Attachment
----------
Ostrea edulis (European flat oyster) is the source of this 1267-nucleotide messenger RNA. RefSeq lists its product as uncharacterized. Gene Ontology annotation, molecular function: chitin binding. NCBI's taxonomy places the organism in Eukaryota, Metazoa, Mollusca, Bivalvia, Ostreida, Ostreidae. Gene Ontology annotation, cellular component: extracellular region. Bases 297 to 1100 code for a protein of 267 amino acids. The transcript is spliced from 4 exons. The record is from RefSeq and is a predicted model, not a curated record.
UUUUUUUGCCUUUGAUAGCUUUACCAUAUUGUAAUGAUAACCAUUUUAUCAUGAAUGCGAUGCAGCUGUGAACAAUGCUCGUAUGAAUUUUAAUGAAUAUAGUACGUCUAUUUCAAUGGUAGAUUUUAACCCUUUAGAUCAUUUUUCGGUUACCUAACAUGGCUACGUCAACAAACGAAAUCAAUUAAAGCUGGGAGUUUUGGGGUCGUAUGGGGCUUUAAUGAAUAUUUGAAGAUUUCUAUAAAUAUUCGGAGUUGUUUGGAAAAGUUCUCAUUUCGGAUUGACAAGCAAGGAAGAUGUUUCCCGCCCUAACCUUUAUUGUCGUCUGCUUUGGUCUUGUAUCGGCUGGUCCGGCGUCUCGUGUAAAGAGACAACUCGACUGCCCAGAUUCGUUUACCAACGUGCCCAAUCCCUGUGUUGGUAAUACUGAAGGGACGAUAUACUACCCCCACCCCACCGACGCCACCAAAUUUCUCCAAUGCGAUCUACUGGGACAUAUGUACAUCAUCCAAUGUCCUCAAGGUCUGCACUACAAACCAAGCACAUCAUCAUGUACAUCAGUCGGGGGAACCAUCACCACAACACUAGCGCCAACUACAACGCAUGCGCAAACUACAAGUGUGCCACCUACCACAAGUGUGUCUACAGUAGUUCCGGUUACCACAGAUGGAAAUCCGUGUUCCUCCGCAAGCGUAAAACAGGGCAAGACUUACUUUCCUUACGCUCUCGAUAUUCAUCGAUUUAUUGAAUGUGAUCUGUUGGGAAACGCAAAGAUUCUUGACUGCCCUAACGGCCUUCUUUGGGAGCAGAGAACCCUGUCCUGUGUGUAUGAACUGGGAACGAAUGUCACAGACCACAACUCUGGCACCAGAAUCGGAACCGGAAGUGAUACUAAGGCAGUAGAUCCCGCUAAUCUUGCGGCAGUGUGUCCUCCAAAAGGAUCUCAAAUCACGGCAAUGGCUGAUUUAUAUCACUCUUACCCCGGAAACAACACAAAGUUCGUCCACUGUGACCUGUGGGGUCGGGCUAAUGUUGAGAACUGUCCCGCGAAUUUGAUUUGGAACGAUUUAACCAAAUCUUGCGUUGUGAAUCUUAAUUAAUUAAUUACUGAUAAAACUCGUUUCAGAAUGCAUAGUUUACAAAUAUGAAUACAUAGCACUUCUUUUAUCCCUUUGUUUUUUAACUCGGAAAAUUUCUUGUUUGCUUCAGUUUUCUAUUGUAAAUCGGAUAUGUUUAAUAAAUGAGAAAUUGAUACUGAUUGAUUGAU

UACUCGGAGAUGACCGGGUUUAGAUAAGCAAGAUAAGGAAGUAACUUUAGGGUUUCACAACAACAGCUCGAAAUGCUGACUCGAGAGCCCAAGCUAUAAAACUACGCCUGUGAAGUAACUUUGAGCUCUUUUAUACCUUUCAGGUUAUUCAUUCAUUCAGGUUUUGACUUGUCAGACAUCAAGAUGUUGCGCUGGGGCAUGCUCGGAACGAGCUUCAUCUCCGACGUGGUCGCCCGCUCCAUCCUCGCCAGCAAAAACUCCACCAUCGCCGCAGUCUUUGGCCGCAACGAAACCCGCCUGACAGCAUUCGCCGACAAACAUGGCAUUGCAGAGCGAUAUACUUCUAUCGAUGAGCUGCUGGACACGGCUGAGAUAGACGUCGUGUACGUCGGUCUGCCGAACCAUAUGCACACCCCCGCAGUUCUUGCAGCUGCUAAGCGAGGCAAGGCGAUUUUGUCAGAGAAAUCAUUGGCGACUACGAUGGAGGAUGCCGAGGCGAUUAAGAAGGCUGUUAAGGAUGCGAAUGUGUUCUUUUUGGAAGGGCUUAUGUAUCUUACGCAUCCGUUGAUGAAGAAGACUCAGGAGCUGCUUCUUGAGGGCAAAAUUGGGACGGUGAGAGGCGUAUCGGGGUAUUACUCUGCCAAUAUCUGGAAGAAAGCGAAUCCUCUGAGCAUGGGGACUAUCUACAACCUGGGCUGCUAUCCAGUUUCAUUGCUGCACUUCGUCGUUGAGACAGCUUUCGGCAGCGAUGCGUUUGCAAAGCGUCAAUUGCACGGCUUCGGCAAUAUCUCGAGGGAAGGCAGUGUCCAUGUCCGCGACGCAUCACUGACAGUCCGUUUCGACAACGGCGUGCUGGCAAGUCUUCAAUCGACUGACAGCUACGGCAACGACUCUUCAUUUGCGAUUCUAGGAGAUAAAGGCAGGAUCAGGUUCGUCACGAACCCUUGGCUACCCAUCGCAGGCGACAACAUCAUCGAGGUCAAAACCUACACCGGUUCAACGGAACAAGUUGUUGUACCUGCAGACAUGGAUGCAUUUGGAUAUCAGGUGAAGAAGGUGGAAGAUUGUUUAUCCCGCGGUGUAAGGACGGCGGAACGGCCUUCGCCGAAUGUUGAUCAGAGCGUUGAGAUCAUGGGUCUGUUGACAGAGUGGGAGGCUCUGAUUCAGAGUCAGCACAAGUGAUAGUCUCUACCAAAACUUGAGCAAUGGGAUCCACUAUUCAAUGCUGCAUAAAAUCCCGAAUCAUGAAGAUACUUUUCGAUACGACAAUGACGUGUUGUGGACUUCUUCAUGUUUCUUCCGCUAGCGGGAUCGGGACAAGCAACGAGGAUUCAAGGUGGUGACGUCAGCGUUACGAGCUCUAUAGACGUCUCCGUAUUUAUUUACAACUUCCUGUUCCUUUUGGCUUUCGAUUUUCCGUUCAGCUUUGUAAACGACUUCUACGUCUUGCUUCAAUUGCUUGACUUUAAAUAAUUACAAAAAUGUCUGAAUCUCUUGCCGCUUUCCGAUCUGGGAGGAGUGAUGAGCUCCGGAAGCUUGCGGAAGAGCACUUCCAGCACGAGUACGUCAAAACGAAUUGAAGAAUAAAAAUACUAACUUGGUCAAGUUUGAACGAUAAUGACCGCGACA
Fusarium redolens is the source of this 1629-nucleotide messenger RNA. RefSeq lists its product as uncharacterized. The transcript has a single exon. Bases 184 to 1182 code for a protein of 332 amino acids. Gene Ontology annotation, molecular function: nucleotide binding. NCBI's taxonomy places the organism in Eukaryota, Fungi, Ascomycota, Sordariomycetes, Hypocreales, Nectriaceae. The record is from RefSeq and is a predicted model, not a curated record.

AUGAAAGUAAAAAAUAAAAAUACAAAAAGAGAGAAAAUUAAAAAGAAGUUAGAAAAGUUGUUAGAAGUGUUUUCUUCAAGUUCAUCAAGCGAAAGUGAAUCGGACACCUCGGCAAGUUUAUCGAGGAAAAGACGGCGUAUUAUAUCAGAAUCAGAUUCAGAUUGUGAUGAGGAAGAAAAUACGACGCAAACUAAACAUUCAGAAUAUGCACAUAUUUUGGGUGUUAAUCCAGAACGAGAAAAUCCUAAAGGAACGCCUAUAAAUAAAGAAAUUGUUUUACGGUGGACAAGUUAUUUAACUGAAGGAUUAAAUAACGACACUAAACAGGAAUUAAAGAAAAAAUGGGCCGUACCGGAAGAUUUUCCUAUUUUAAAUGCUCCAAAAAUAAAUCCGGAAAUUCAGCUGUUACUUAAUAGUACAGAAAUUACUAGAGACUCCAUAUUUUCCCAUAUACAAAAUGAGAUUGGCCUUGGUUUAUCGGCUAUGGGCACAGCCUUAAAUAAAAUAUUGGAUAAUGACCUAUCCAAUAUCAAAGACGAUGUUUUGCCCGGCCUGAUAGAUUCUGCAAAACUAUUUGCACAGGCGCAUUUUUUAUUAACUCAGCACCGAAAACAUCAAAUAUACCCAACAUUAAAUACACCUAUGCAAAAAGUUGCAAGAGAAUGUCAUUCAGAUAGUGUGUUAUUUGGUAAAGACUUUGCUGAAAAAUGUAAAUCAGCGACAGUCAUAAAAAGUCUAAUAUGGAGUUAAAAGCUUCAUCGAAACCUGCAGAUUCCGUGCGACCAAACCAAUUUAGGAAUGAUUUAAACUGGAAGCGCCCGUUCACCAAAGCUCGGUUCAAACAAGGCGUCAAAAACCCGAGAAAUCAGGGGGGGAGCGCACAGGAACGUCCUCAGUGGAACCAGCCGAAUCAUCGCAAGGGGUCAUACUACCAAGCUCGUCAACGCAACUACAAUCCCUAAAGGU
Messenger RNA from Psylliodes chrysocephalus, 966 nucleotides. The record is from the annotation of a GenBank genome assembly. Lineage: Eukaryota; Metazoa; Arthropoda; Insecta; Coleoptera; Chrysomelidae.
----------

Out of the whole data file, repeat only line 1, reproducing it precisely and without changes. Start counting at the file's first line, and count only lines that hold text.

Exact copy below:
Ostrea edulis (European flat oyster) is the source of this 1267-nucleotide messenger RNA. RefSeq lists its product as uncharacterized. Gene Ontology annotation, molecular function: chitin binding. NCBI's taxonomy places the organism in Eukaryota, Metazoa, Mollusca, Bivalvia, Ostreida, Ostreidae. Gene Ontology annotation, cellular component: extracellular region. Bases 297 to 1100 code for a protein of 267 amino acids. The transcript is spliced from 4 exons. The record is from RefSeq and is a predicted model, not a curated record.